Patterson had me on the edge of my seat from the initial crime to the final scene.  I was sure I knew who the murderer was with about 100 pages left in the book.  I sent fellow BookNerd, Mary, a message and she said to keep reading.  After another 50 pages...I was sure it was someone else.  She once again said to keep reading.  I was SHOCKED by who was eventually responsible for the crimes.  I didn't see it coming at all, but in retrospect it makes complete sense.  Patterson laid out an amazing murder mystery with brilliant characters.  I can't wait to read the rest of this series.  Hopefully I will be able to fit one in here and there between all of my favorite YA series and other BookNerd assignments.  

Monday, December 17, 2012

The Ghost and the Goth by Stacey Kade

I was fortunate enough to have the opportunity to meet Stacey Kade at the RT convention in Chicago earlier this year.  She participated in a speed reading panel and read a short section from her latest book Body and Soul.  I was so intrigued, I added her entire Ghost and the Goth series to my to be read list on Goodreads as soon as she finished.

Later that evening, I received a copy of Body and Soul as part of the teen day gift bag we received at the reception.  I was SO excited, I had to track her down to get it autographed. 

The Ghost and the Goth is told from both Alona Dare and Will Killian's perspectives with alternating points of view each chapter.  At the beginning of the story we meet Alona, who was a senior in high school when she died in an unfortunate accident.  (She was literally hit by a bus.)  She was a cheerleader, three time homecoming queen, and a member of her school's elite.  Will is about as far down on the social ladder as one can get.  He is perceived to be schizophrenic and has a medical excuse to wear headphones during school.  The real reason for his "condition" is the fact that he can see ghosts.  The ghosts are constantly talking to him, so he needs the headphones to help tune them out.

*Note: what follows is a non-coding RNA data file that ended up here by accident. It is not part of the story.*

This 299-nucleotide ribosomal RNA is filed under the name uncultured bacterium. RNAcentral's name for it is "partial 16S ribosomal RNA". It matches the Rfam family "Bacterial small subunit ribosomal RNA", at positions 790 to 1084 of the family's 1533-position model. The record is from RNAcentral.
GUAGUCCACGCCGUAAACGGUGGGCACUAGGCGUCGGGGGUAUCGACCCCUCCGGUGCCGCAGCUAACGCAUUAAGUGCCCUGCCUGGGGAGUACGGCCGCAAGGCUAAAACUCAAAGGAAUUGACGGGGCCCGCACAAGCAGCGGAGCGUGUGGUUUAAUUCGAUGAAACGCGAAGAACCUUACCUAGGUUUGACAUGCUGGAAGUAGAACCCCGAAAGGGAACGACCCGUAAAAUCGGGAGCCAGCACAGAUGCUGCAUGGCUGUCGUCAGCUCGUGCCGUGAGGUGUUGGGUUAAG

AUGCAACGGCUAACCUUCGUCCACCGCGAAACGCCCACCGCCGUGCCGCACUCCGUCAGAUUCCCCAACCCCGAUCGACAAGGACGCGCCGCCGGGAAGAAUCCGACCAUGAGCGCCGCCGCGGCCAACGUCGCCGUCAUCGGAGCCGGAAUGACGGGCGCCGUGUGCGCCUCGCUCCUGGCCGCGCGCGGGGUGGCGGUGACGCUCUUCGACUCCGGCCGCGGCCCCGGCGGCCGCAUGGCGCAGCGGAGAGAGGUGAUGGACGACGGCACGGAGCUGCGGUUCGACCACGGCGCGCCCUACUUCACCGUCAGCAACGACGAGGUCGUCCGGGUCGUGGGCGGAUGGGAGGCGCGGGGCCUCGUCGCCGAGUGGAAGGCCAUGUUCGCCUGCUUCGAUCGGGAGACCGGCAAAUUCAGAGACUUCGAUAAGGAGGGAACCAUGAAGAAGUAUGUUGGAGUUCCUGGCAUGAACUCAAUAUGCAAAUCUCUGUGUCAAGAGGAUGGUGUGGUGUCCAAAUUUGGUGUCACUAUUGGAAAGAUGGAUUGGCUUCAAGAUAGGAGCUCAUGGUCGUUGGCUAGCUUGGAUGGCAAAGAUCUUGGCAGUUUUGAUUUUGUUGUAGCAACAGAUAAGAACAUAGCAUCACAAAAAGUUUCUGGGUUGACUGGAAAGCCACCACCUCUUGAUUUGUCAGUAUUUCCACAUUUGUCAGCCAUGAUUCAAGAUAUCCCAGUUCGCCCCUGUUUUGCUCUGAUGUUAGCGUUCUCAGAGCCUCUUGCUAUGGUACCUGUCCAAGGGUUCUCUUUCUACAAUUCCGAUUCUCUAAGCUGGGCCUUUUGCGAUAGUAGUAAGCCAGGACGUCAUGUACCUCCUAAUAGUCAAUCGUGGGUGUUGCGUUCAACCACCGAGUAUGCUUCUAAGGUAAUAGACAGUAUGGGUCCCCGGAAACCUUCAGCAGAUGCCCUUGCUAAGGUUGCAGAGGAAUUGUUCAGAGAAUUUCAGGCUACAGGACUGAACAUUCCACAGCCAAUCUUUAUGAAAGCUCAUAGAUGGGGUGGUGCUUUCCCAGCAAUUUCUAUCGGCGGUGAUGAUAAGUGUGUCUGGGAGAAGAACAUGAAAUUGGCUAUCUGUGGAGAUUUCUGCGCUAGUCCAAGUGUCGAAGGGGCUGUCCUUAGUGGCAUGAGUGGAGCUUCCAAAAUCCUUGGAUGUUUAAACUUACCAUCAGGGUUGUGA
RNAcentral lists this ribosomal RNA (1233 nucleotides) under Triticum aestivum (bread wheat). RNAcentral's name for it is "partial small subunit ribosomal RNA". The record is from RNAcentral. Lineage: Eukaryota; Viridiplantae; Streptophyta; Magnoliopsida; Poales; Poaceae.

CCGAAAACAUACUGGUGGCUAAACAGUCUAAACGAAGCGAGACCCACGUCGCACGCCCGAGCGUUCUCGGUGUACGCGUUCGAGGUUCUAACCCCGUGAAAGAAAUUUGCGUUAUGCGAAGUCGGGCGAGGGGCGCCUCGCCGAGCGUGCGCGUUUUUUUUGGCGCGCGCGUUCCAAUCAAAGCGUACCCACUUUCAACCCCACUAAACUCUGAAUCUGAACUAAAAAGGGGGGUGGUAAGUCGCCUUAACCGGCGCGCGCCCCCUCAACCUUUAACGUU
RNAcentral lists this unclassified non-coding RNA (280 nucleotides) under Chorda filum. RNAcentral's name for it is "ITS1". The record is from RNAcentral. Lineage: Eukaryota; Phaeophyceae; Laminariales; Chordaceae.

After Alona's death she comes back as a ghost and quickly discovers Will's ability.  Alona wants Will to help her "find the light" while he can benefit from her keeping the other ghosts away from him.  They establish a working relationship, which eventually develops into a friendship. 

The Ghost and the Goth was very light, humorous, and highly entertaining.  I loved the characters and look forward to seeing what is in store for them in Queen of the Dead, which is the second book in this series.   

Wednesday, December 12, 2012

Awaken by Katie Kacvinsky

After I posted my review of Middle Ground, I had a few people ask me about Awaken...the first book in the series.  Here is a copy of the review I posted on Book Nerds Across America.

Awaken is set about 50 years into the future.  From the way technology is moving at the speed of light and people are embracing it without thought or question, I do not feel that Katie's predictions are unrealistic.

I found this book to be very thought provoking.  How many times have you been out with friends or family and spent more time with your head in your phone than interacting with the people you are with?  Are your virtual friends more important than your actual friends?  What do you REALLY know about your thousands of friends on twitter, blogs, and other social networking sites.  Is technology making face to face contact awkward and uncomfortable?  Is it time that we take a step back and actually become "unplugged?"

This is exactly what Justin and his friends are trying to do.  They are helping people who want to live the way things were in the early 2000s, which is considered to be a crime.  Life doesn't have to be ALL about speed and convenience.  We need to take the time to enjoy food, friends, family, and daily activities.  We need to take a step away from the digital world and actually LIVE our lives.  Yes...we can tour a location on a digital screen, but we are not engaging all of our senses and we are missing out on the true experience.  These are just a few of the lessons that I took away from this book and could really relate to while reading it.